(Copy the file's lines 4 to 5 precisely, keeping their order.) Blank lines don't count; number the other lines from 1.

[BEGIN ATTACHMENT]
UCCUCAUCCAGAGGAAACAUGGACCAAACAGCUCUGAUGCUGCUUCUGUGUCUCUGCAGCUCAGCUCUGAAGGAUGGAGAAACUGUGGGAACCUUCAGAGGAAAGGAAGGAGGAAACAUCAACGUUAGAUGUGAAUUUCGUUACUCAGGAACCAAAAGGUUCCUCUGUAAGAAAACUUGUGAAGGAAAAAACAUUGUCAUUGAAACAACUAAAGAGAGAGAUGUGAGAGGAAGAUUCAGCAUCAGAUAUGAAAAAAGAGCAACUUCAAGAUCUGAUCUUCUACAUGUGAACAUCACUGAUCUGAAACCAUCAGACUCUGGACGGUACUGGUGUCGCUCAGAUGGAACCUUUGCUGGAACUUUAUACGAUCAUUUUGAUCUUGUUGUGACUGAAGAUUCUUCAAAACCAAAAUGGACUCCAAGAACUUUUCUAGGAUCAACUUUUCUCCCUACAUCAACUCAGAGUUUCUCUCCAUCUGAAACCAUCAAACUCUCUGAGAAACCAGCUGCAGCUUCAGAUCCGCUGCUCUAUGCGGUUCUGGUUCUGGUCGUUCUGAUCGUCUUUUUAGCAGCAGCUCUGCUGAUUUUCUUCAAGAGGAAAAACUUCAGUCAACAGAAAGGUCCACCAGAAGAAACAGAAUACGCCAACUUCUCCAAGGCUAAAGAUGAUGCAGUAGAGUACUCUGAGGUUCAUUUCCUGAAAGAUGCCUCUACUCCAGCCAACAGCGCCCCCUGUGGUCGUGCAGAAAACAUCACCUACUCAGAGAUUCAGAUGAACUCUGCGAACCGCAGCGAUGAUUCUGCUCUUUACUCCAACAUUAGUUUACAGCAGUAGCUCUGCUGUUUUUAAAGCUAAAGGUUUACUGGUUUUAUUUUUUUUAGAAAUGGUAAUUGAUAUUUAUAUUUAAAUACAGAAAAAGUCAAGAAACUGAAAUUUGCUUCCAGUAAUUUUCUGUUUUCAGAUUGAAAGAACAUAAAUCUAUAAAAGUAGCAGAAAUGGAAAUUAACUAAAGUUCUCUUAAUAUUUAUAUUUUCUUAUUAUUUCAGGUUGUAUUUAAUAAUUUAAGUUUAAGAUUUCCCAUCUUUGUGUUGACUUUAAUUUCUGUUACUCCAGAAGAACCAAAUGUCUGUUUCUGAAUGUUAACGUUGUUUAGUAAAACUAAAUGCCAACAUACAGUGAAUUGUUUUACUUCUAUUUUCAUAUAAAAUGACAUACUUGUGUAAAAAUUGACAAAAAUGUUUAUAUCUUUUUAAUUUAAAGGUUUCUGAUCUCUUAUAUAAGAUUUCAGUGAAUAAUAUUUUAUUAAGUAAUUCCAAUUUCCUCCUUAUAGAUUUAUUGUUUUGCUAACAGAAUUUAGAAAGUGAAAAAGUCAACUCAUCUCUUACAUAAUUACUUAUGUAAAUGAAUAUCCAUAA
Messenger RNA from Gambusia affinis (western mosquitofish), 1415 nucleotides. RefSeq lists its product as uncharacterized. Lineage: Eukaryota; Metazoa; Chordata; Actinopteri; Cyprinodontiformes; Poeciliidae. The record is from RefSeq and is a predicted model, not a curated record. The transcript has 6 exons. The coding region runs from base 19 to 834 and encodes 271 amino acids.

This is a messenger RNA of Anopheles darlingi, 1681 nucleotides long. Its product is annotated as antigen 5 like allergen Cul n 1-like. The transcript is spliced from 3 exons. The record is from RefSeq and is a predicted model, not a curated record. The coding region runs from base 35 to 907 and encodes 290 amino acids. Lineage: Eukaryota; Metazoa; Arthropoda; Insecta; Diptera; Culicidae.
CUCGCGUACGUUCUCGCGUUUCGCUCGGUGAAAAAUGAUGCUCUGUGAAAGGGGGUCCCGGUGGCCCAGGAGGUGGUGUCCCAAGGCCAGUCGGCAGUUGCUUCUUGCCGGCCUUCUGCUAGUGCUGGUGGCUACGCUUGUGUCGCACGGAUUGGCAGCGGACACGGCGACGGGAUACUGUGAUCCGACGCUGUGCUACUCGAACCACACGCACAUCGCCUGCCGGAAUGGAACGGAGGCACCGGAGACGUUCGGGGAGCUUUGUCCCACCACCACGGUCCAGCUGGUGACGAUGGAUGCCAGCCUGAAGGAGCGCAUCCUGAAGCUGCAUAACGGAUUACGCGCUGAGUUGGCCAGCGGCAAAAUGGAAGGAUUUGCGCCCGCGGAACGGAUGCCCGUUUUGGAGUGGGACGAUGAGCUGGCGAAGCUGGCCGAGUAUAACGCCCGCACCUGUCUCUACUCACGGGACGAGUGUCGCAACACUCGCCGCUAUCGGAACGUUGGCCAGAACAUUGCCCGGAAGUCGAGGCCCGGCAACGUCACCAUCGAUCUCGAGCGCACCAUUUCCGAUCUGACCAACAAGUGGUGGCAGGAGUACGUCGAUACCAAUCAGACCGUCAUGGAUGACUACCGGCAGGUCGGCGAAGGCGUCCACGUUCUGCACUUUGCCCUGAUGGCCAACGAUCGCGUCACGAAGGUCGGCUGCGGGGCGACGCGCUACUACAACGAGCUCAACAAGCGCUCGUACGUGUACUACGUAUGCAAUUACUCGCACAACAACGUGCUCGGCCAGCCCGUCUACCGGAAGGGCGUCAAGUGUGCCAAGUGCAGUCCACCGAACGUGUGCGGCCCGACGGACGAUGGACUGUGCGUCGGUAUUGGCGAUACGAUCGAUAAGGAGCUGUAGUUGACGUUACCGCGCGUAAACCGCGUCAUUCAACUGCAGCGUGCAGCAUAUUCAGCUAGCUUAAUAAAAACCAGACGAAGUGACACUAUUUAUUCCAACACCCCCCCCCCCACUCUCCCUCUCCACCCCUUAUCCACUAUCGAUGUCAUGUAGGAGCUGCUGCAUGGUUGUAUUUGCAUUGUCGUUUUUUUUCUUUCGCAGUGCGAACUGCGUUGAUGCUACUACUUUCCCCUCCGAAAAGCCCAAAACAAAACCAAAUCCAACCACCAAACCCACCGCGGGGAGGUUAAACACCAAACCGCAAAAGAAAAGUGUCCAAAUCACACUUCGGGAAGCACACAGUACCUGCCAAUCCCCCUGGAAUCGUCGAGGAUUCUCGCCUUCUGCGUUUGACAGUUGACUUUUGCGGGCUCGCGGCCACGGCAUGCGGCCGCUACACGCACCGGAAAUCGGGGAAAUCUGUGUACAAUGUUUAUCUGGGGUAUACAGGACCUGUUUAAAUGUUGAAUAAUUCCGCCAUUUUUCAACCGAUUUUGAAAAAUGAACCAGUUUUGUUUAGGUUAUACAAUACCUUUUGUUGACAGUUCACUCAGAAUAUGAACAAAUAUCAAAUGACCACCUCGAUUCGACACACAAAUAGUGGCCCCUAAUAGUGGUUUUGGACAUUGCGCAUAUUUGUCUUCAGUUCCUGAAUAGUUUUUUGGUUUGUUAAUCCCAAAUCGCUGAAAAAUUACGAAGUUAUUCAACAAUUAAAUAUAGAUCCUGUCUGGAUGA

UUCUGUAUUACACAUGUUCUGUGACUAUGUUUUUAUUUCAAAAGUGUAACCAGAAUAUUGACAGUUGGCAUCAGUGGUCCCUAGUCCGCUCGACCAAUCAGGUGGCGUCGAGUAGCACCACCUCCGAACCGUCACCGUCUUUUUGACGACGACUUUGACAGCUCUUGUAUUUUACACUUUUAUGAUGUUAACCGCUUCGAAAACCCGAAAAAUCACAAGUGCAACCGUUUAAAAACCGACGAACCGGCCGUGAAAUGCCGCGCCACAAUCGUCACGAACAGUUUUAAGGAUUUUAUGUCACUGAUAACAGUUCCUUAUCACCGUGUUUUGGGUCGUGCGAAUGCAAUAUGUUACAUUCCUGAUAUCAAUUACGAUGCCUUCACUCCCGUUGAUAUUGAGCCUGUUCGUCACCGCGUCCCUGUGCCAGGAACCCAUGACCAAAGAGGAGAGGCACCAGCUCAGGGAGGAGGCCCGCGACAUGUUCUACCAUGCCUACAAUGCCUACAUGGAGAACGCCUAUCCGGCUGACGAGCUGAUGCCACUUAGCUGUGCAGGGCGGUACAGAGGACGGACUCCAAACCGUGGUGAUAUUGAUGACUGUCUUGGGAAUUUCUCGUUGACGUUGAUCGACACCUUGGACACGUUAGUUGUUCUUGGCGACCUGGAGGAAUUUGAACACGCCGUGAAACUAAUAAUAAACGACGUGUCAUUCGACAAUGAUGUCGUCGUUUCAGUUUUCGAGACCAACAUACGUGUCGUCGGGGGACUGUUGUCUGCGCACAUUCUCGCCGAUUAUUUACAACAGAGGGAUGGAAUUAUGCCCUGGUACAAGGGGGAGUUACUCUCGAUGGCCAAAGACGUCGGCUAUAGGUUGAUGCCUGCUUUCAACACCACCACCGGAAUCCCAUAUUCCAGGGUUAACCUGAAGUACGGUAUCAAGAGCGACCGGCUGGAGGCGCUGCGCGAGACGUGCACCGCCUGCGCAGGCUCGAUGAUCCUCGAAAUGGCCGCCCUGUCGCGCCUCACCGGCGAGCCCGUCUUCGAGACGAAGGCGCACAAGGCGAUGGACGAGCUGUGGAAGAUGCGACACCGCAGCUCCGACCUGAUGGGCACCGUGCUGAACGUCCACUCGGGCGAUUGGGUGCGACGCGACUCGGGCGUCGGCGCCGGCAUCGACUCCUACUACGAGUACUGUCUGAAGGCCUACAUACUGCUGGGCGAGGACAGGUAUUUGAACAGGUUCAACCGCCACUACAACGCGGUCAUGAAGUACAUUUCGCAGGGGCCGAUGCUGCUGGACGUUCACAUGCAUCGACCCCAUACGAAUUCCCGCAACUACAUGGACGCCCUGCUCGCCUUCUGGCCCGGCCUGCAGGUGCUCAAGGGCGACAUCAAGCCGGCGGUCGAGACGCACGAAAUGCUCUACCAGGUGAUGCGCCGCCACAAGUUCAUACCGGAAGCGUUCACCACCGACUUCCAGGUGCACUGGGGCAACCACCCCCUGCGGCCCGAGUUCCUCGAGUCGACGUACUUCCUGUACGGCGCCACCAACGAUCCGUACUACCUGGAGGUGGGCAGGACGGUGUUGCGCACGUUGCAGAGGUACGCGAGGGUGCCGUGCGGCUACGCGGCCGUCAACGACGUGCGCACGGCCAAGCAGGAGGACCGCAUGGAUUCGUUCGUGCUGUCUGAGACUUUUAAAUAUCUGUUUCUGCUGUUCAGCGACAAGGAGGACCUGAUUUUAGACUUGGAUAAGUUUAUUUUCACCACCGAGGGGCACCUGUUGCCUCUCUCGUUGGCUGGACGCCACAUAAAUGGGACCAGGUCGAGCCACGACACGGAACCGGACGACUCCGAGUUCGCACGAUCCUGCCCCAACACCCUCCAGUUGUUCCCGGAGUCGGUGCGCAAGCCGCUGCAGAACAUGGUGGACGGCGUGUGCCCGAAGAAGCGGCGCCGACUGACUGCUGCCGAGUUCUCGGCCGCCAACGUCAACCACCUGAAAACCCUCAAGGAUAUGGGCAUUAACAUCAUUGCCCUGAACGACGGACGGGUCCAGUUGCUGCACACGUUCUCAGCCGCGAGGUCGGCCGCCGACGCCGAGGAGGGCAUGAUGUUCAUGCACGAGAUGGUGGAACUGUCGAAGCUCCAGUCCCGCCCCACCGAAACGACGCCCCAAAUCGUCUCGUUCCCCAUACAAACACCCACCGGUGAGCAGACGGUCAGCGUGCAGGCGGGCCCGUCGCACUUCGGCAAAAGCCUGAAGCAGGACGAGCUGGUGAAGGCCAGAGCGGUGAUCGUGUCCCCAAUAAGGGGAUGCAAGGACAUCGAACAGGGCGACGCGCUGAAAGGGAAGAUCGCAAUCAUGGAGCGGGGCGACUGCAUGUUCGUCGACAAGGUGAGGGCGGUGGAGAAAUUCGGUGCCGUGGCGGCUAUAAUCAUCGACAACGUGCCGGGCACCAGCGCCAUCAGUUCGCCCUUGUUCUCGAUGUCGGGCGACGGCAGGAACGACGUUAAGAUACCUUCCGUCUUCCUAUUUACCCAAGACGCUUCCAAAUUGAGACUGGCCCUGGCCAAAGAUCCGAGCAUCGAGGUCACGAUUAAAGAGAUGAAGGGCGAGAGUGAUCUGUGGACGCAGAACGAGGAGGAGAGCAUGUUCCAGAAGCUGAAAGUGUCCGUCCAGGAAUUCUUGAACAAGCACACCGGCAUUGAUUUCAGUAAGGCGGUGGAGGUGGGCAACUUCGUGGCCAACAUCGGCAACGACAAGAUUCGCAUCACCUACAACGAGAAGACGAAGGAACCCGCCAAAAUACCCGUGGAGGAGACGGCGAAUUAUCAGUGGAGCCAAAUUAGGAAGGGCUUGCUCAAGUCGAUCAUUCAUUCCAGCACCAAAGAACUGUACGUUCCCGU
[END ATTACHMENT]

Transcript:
CUCGCGUACGUUCUCGCGUUUCGCUCGGUGAAAAAUGAUGCUCUGUGAAAGGGGGUCCCGGUGGCCCAGGAGGUGGUGUCCCAAGGCCAGUCGGCAGUUGCUUCUUGCCGGCCUUCUGCUAGUGCUGGUGGCUACGCUUGUGUCGCACGGAUUGGCAGCGGACACGGCGACGGGAUACUGUGAUCCGACGCUGUGCUACUCGAACCACACGCACAUCGCCUGCCGGAAUGGAACGGAGGCACCGGAGACGUUCGGGGAGCUUUGUCCCACCACCACGGUCCAGCUGGUGACGAUGGAUGCCAGCCUGAAGGAGCGCAUCCUGAAGCUGCAUAACGGAUUACGCGCUGAGUUGGCCAGCGGCAAAAUGGAAGGAUUUGCGCCCGCGGAACGGAUGCCCGUUUUGGAGUGGGACGAUGAGCUGGCGAAGCUGGCCGAGUAUAACGCCCGCACCUGUCUCUACUCACGGGACGAGUGUCGCAACACUCGCCGCUAUCGGAACGUUGGCCAGAACAUUGCCCGGAAGUCGAGGCCCGGCAACGUCACCAUCGAUCUCGAGCGCACCAUUUCCGAUCUGACCAACAAGUGGUGGCAGGAGUACGUCGAUACCAAUCAGACCGUCAUGGAUGACUACCGGCAGGUCGGCGAAGGCGUCCACGUUCUGCACUUUGCCCUGAUGGCCAACGAUCGCGUCACGAAGGUCGGCUGCGGGGCGACGCGCUACUACAACGAGCUCAACAAGCGCUCGUACGUGUACUACGUAUGCAAUUACUCGCACAACAACGUGCUCGGCCAGCCCGUCUACCGGAAGGGCGUCAAGUGUGCCAAGUGCAGUCCACCGAACGUGUGCGGCCCGACGGACGAUGGACUGUGCGUCGGUAUUGGCGAUACGAUCGAUAAGGAGCUGUAGUUGACGUUACCGCGCGUAAACCGCGUCAUUCAACUGCAGCGUGCAGCAUAUUCAGCUAGCUUAAUAAAAACCAGACGAAGUGACACUAUUUAUUCCAACACCCCCCCCCCCACUCUCCCUCUCCACCCCUUAUCCACUAUCGAUGUCAUGUAGGAGCUGCUGCAUGGUUGUAUUUGCAUUGUCGUUUUUUUUCUUUCGCAGUGCGAACUGCGUUGAUGCUACUACUUUCCCCUCCGAAAAGCCCAAAACAAAACCAAAUCCAACCACCAAACCCACCGCGGGGAGGUUAAACACCAAACCGCAAAAGAAAAGUGUCCAAAUCACACUUCGGGAAGCACACAGUACCUGCCAAUCCCCCUGGAAUCGUCGAGGAUUCUCGCCUUCUGCGUUUGACAGUUGACUUUUGCGGGCUCGCGGCCACGGCAUGCGGCCGCUACACGCACCGGAAAUCGGGGAAAUCUGUGUACAAUGUUUAUCUGGGGUAUACAGGACCUGUUUAAAUGUUGAAUAAUUCCGCCAUUUUUCAACCGAUUUUGAAAAAUGAACCAGUUUUGUUUAGGUUAUACAAUACCUUUUGUUGACAGUUCACUCAGAAUAUGAACAAAUAUCAAAUGACCACCUCGAUUCGACACACAAAUAGUGGCCCCUAAUAGUGGUUUUGGACAUUGCGCAUAUUUGUCUUCAGUUCCUGAAUAGUUUUUUGGUUUGUUAAUCCCAAAUCGCUGAAAAAUUACGAAGUUAUUCAACAAUUAAAUAUAGAUCCUGUCUGGAUGA

UUCUGUAUUACACAUGUUCUGUGACUAUGUUUUUAUUUCAAAAGUGUAACCAGAAUAUUGACAGUUGGCAUCAGUGGUCCCUAGUCCGCUCGACCAAUCAGGUGGCGUCGAGUAGCACCACCUCCGAACCGUCACCGUCUUUUUGACGACGACUUUGACAGCUCUUGUAUUUUACACUUUUAUGAUGUUAACCGCUUCGAAAACCCGAAAAAUCACAAGUGCAACCGUUUAAAAACCGACGAACCGGCCGUGAAAUGCCGCGCCACAAUCGUCACGAACAGUUUUAAGGAUUUUAUGUCACUGAUAACAGUUCCUUAUCACCGUGUUUUGGGUCGUGCGAAUGCAAUAUGUUACAUUCCUGAUAUCAAUUACGAUGCCUUCACUCCCGUUGAUAUUGAGCCUGUUCGUCACCGCGUCCCUGUGCCAGGAACCCAUGACCAAAGAGGAGAGGCACCAGCUCAGGGAGGAGGCCCGCGACAUGUUCUACCAUGCCUACAAUGCCUACAUGGAGAACGCCUAUCCGGCUGACGAGCUGAUGCCACUUAGCUGUGCAGGGCGGUACAGAGGACGGACUCCAAACCGUGGUGAUAUUGAUGACUGUCUUGGGAAUUUCUCGUUGACGUUGAUCGACACCUUGGACACGUUAGUUGUUCUUGGCGACCUGGAGGAAUUUGAACACGCCGUGAAACUAAUAAUAAACGACGUGUCAUUCGACAAUGAUGUCGUCGUUUCAGUUUUCGAGACCAACAUACGUGUCGUCGGGGGACUGUUGUCUGCGCACAUUCUCGCCGAUUAUUUACAACAGAGGGAUGGAAUUAUGCCCUGGUACAAGGGGGAGUUACUCUCGAUGGCCAAAGACGUCGGCUAUAGGUUGAUGCCUGCUUUCAACACCACCACCGGAAUCCCAUAUUCCAGGGUUAACCUGAAGUACGGUAUCAAGAGCGACCGGCUGGAGGCGCUGCGCGAGACGUGCACCGCCUGCGCAGGCUCGAUGAUCCUCGAAAUGGCCGCCCUGUCGCGCCUCACCGGCGAGCCCGUCUUCGAGACGAAGGCGCACAAGGCGAUGGACGAGCUGUGGAAGAUGCGACACCGCAGCUCCGACCUGAUGGGCACCGUGCUGAACGUCCACUCGGGCGAUUGGGUGCGACGCGACUCGGGCGUCGGCGCCGGCAUCGACUCCUACUACGAGUACUGUCUGAAGGCCUACAUACUGCUGGGCGAGGACAGGUAUUUGAACAGGUUCAACCGCCACUACAACGCGGUCAUGAAGUACAUUUCGCAGGGGCCGAUGCUGCUGGACGUUCACAUGCAUCGACCCCAUACGAAUUCCCGCAACUACAUGGACGCCCUGCUCGCCUUCUGGCCCGGCCUGCAGGUGCUCAAGGGCGACAUCAAGCCGGCGGUCGAGACGCACGAAAUGCUCUACCAGGUGAUGCGCCGCCACAAGUUCAUACCGGAAGCGUUCACCACCGACUUCCAGGUGCACUGGGGCAACCACCCCCUGCGGCCCGAGUUCCUCGAGUCGACGUACUUCCUGUACGGCGCCACCAACGAUCCGUACUACCUGGAGGUGGGCAGGACGGUGUUGCGCACGUUGCAGAGGUACGCGAGGGUGCCGUGCGGCUACGCGGCCGUCAACGACGUGCGCACGGCCAAGCAGGAGGACCGCAUGGAUUCGUUCGUGCUGUCUGAGACUUUUAAAUAUCUGUUUCUGCUGUUCAGCGACAAGGAGGACCUGAUUUUAGACUUGGAUAAGUUUAUUUUCACCACCGAGGGGCACCUGUUGCCUCUCUCGUUGGCUGGACGCCACAUAAAUGGGACCAGGUCGAGCCACGACACGGAACCGGACGACUCCGAGUUCGCACGAUCCUGCCCCAACACCCUCCAGUUGUUCCCGGAGUCGGUGCGCAAGCCGCUGCAGAACAUGGUGGACGGCGUGUGCCCGAAGAAGCGGCGCCGACUGACUGCUGCCGAGUUCUCGGCCGCCAACGUCAACCACCUGAAAACCCUCAAGGAUAUGGGCAUUAACAUCAUUGCCCUGAACGACGGACGGGUCCAGUUGCUGCACACGUUCUCAGCCGCGAGGUCGGCCGCCGACGCCGAGGAGGGCAUGAUGUUCAUGCACGAGAUGGUGGAACUGUCGAAGCUCCAGUCCCGCCCCACCGAAACGACGCCCCAAAUCGUCUCGUUCCCCAUACAAACACCCACCGGUGAGCAGACGGUCAGCGUGCAGGCGGGCCCGUCGCACUUCGGCAAAAGCCUGAAGCAGGACGAGCUGGUGAAGGCCAGAGCGGUGAUCGUGUCCCCAAUAAGGGGAUGCAAGGACAUCGAACAGGGCGACGCGCUGAAAGGGAAGAUCGCAAUCAUGGAGCGGGGCGACUGCAUGUUCGUCGACAAGGUGAGGGCGGUGGAGAAAUUCGGUGCCGUGGCGGCUAUAAUCAUCGACAACGUGCCGGGCACCAGCGCCAUCAGUUCGCCCUUGUUCUCGAUGUCGGGCGACGGCAGGAACGACGUUAAGAUACCUUCCGUCUUCCUAUUUACCCAAGACGCUUCCAAAUUGAGACUGGCCCUGGCCAAAGAUCCGAGCAUCGAGGUCACGAUUAAAGAGAUGAAGGGCGAGAGUGAUCUGUGGACGCAGAACGAGGAGGAGAGCAUGUUCCAGAAGCUGAAAGUGUCCGUCCAGGAAUUCUUGAACAAGCACACCGGCAUUGAUUUCAGUAAGGCGGUGGAGGUGGGCAACUUCGUGGCCAACAUCGGCAACGACAAGAUUCGCAUCACCUACAACGAGAAGACGAAGGAACCCGCCAAAAUACCCGUGGAGGAGACGGCGAAUUAUCAGUGGAGCCAAAUUAGGAAGGGCUUGCUCAAGUCGAUCAUUCAUUCCAGCACCAAAGAACUGUACGUUCCCGU